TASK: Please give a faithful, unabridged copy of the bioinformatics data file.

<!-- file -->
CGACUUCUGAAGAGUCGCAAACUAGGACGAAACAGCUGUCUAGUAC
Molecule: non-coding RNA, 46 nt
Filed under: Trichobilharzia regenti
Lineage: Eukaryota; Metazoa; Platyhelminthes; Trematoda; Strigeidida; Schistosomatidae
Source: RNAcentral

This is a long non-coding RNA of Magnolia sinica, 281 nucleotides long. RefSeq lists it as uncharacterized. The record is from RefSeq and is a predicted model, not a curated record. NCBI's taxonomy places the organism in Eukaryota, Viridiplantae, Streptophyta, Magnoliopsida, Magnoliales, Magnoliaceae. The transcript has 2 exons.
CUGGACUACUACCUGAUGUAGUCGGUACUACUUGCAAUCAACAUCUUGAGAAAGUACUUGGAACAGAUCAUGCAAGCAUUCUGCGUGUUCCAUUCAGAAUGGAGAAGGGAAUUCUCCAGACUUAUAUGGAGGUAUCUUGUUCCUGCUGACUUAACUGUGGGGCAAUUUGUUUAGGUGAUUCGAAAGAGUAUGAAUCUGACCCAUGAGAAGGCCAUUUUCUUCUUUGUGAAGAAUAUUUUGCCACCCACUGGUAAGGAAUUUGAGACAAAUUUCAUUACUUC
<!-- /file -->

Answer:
CGACUUCUGAAGAGUCGCAAACUAGGACGAAACAGCUGUCUAGUAC
Molecule: non-coding RNA, 46 nt
Filed under: Trichobilharzia regenti
Lineage: Eukaryota; Metazoa; Platyhelminthes; Trematoda; Strigeidida; Schistosomatidae
Source: RNAcentral

This is a long non-coding RNA of Magnolia sinica, 281 nucleotides long. RefSeq lists it as uncharacterized. The record is from RefSeq and is a predicted model, not a curated record. NCBI's taxonomy places the organism in Eukaryota, Viridiplantae, Streptophyta, Magnoliopsida, Magnoliales, Magnoliaceae. The transcript has 2 exons.
CUGGACUACUACCUGAUGUAGUCGGUACUACUUGCAAUCAACAUCUUGAGAAAGUACUUGGAACAGAUCAUGCAAGCAUUCUGCGUGUUCCAUUCAGAAUGGAGAAGGGAAUUCUCCAGACUUAUAUGGAGGUAUCUUGUUCCUGCUGACUUAACUGUGGGGCAAUUUGUUUAGGUGAUUCGAAAGAGUAUGAAUCUGACCCAUGAGAAGGCCAUUUUCUUCUUUGUGAAGAAUAUUUUGCCACCCACUGGUAAGGAAUUUGAGACAAAUUUCAUUACUUC